Kshama Sawant, a Seattle council member who’s also a socialist, is backing this protest and urging people to join her at this protest. “History demands that we immediately begin building mass peaceful resistance to Trump’s anti-worker, misogynist, anti-immigrant, and racist agenda.” Sawant said in a letter. Click here for more information.

Jan. 20th, Chicago

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CREDIT: Facebook

According to organizers, this will be a “peaceful, non-violent demonstration showing discontent toward the rhetoric that won the president-elect the election and continues to empower similar rhetoric and skewed thinking within groups of hateful people.”

Jan. 21st, Washington D.C.

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CREDIT: Facebook

This will probably be the most-attended march of the weekend. More than 200,000 people are expected to be in D.C. to express to the new administration and congress that women’s rights are human rights.

Jan. 21th, Los Angeles

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CREDIT: Facebook

If you can’t make it to D.C., there are various protests happening in other cities in conjunction with the Women’s March. The L.A. gathering will also be a march in support of equality and promote civil rights for every human.

There’s also a slew of walk-outs planned for colleges across the country. From Berkeley to Philadelphia, students are organizing their own major protests against Trump. Click here for more information on student protests.


READ: This Latina Immigrant Gave This Contest “A Shot” And Now Has Tickets To Trump’s Inauguration

Are you planning to protest Trump’s inauguration? Share this story and let us know how in the comments below.

11 Inspirational Obama Quotes To Remind You That America Is Great

Things That Matter

11 Inspirational Obama Quotes To Remind You That America Is Great

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The U.S. is entering a period of tough transition with the recent election of Donald Trump. But let’s not forget the times President Obama moved us with his words…

“We’re not Democrats first, we’re not Republicans first, we’re Americans first,” Obama said after the 2016 election.

WH.Gov / Election 2016 / GIPHY
CREDIT: WH.Gov / Election 2016 / GIPHY

His remarks to the country after the election results unified us again as Americans. Even if it was just for a second.

“We are the change that we seek,” Obama said when he was running for his first term as president.

C-SPAN / BarackObama.com / YouTube
CREDIT: C-SPAN / BarackObama.com / YouTube

“Change will not come if we wait for some other person or some other time. We are the ones we’ve been waiting for,” President Obama said in a speech on Feb. 5, 2008.

What do you expect from someone who has consistently motivated us since his first run for the presidency?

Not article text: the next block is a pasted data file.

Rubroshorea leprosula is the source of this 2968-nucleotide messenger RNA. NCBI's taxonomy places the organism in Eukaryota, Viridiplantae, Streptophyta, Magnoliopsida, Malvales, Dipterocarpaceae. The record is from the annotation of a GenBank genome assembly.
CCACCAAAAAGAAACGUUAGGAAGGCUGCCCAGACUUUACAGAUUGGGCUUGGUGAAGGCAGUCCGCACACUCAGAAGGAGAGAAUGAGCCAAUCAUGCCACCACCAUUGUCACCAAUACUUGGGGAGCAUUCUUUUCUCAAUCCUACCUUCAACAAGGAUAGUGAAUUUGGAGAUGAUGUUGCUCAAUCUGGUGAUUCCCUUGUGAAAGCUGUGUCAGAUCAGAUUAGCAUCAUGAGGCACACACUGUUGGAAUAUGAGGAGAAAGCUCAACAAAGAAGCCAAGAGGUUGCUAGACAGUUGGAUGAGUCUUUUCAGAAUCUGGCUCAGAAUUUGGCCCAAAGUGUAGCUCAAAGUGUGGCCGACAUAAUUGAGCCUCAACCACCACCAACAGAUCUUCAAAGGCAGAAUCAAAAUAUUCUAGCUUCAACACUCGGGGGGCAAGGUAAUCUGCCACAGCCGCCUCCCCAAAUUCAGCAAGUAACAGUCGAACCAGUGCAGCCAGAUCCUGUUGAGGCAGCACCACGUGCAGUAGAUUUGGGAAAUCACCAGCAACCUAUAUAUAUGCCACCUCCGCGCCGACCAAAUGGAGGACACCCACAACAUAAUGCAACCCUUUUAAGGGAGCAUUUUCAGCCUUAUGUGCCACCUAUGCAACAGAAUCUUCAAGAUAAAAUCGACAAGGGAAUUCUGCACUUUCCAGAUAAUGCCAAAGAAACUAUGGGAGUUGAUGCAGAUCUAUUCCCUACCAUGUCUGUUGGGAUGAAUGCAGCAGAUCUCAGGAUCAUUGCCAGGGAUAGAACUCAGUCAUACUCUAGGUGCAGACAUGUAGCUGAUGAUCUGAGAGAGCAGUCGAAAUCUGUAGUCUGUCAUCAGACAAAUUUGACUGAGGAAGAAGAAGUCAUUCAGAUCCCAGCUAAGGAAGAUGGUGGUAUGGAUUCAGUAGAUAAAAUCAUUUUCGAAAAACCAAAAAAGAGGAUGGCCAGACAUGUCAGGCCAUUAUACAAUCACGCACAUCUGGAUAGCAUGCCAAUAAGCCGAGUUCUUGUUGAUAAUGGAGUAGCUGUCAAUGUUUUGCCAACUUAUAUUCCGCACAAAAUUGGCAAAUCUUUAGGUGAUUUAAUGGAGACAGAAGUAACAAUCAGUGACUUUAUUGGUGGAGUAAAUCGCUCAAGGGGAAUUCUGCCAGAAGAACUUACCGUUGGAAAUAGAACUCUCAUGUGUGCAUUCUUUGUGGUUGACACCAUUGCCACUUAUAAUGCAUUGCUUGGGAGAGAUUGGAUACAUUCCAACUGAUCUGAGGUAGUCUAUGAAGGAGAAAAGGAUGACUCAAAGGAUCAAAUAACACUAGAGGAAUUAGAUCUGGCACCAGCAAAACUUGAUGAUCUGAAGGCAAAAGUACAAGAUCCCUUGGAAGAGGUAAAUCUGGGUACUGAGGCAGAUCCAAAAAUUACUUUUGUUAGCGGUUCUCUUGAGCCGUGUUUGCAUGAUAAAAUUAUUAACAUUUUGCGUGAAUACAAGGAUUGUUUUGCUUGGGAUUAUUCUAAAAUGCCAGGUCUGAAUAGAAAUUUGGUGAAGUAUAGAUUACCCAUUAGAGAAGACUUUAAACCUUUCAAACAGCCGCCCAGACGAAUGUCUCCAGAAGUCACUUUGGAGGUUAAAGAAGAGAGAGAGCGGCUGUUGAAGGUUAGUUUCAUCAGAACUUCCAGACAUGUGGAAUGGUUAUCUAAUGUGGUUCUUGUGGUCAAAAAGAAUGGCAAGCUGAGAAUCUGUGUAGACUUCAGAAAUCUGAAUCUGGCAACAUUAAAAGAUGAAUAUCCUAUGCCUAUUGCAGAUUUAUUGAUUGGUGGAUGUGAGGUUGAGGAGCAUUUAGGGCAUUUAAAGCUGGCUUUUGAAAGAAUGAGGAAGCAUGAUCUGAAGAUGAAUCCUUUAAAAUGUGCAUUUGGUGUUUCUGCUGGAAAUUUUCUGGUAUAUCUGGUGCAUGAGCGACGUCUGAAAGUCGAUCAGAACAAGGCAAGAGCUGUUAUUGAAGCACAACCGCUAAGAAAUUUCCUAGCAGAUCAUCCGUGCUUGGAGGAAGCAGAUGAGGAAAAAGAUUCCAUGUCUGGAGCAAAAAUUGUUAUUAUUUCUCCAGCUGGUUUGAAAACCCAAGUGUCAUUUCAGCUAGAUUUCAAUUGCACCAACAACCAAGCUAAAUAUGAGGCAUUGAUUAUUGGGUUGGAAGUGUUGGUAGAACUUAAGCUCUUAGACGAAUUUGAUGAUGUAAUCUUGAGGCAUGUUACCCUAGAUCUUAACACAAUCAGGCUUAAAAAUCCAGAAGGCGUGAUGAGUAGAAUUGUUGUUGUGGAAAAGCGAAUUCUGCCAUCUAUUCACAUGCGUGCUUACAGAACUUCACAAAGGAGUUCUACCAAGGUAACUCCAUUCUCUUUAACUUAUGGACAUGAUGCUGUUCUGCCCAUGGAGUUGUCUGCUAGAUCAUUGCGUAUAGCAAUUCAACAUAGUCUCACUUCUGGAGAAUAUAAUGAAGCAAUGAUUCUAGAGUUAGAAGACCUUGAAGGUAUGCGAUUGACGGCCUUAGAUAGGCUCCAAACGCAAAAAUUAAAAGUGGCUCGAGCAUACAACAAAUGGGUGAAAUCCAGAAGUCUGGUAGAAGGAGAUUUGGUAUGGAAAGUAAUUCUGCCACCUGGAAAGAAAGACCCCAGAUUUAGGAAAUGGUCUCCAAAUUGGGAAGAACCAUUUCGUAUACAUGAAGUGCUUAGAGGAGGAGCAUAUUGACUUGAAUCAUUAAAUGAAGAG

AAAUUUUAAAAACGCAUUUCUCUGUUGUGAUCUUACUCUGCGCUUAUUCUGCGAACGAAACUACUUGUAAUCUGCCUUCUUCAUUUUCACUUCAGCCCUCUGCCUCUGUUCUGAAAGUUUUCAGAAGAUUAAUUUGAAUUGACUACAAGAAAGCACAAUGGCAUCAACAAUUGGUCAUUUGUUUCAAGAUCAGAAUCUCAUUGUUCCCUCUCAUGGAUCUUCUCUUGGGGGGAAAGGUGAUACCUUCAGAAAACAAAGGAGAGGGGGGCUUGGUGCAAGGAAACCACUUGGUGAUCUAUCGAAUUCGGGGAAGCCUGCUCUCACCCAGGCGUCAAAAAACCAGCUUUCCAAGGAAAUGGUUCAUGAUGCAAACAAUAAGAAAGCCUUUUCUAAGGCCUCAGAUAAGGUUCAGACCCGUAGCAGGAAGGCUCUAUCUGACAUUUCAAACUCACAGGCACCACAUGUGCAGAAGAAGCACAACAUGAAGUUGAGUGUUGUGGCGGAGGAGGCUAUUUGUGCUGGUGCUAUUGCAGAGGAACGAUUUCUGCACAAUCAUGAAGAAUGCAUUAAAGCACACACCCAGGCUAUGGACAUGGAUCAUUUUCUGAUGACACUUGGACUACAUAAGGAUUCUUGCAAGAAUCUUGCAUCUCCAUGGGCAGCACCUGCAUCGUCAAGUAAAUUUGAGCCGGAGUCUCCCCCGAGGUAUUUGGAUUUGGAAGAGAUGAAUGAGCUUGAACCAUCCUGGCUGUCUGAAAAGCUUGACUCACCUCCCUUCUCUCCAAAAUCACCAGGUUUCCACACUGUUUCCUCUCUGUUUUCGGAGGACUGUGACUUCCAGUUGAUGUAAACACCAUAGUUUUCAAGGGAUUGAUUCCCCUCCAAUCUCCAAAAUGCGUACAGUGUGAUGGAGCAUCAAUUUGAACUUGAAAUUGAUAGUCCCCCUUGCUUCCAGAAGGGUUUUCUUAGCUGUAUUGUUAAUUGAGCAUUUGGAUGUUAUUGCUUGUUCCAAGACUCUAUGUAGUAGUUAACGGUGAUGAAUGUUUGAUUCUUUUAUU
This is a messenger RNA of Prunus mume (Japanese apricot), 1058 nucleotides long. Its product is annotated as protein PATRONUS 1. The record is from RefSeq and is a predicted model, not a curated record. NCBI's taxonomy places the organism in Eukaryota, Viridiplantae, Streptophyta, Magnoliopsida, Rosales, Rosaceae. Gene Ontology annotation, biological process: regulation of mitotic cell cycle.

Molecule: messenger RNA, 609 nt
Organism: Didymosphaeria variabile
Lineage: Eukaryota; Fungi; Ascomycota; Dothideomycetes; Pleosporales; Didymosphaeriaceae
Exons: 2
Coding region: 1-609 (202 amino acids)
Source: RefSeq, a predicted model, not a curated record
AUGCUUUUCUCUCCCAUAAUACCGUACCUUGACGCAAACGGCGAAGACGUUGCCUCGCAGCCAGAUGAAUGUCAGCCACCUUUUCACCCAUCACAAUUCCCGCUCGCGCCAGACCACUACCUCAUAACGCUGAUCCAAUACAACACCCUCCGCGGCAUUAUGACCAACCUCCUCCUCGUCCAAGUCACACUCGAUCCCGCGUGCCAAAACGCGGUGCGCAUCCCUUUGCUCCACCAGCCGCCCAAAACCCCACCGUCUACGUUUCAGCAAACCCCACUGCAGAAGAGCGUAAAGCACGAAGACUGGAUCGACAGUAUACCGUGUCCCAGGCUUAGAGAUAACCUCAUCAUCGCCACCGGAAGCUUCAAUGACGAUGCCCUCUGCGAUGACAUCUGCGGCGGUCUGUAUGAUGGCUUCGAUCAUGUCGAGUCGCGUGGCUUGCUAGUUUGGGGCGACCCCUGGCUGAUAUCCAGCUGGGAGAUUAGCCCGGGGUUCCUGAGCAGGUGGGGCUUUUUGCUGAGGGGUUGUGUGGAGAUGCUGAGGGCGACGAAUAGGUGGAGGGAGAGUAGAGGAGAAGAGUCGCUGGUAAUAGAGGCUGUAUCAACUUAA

“The American Dream is something no wall will ever contain,” Obama triumphantly told the crowd of the Democratic National Convention.

Democratic National Convention / GIPHY
CREDIT: Democratic National Convention / GIPHY

He made it clear that the American dream is open for anybody willing to work for it.

“We take a step forward sometimes we take two steps back,” Obama told the Congressional Black Caucus Foundation Annual Phoenix Awards. “Sometimes we get two steps forward and take one step back but it’s never a straight line. It’s never easy.”

BarackObama.com / YouTube
CREDIT: BarackObama.com / YouTube

It was in 2011 during the Congressional Black Caucus Foundation Annual Phoenix Awards that he reminded us that some times progress has set backs. But the set backs don’t have to be permanent. They can be overcome with hard works and perseverance.

“America isn’t about ‘yes he will,'” Obama told the Democratic National Convention, taking a dig at Trump. “It’s about ‘yes we can.'”

Business Insider / YouTube
CREDIT: Business Insider / YouTube

He dropped some serious inspiration on us during this year’s Democratic National Convention.

“In the unlikely story that is America, there has never been anything false about hope,” Obama said during the 2008 primary campaign trail.

BarackObama2008 / YouTube
CREDIT: BarackObama2008 / YouTube

“We’ve been warned against offering the people of this nation false hope,” President Obama said in New Hampshire in 2008. “But in the unlikely story that is America, there has never been anything false about hope.”

Let’s continue to have the kind of hope he had inspired during the 2008 primary race.

“There’s not a liberal America and a conservative America,” Obama argued during the 2004 Democratic National Convention. “There’s the United States of America.”

C-Span / YouTube
CREDIT: C-Span / YouTube

Even then, Obama was doing everything he could to truly unify us all.

“We all go forward with a presumption of good faith in our fellow citizens,” Obama said on Nov. 9, 2016, trying to quell fears that were already growing.

WH.Gov / Michael McIntee / YouTube
CREDIT: WH.Gov / Michael McIntee / YouTube

“Because that presumption of good faith is essential to a vibrant and functioning democracy,” President Obama continued in his 2016 election results remarks.

Even though there is so much fear about a Trump presidency, President Obama wants us to remain hopeful and compassionate to all Americans.

“We all need to be as organized and persistent as Bernie Sanders’ supporters have been during this election,” Obama said at the Democratic National Convention.

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CREDIT: Democratic National Convention / GIPHY

He knows that those who want to see good in this country can come together to enact that change.

“Don’t ever think you can’t make a difference,” he told Americans looking to continue progress.

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CREDIT: WH.Gov / Election 2016 / GIPHY

We mustn’t give up because we can and will make a difference if we keep on working.

“Don’t boo, vote,” Obama said about those displeased with Trump.

Democratic National Convention / GIPHY
CREDIT: Democratic National Convention / GIPHY

Stay involved. Be active. There are only two years until the mid-terms when we get to vote again. We can change history in just two years.


READ: The Way Hillary Clinton And President Obama Handled The Election Results Will Overwhelm You With Emotion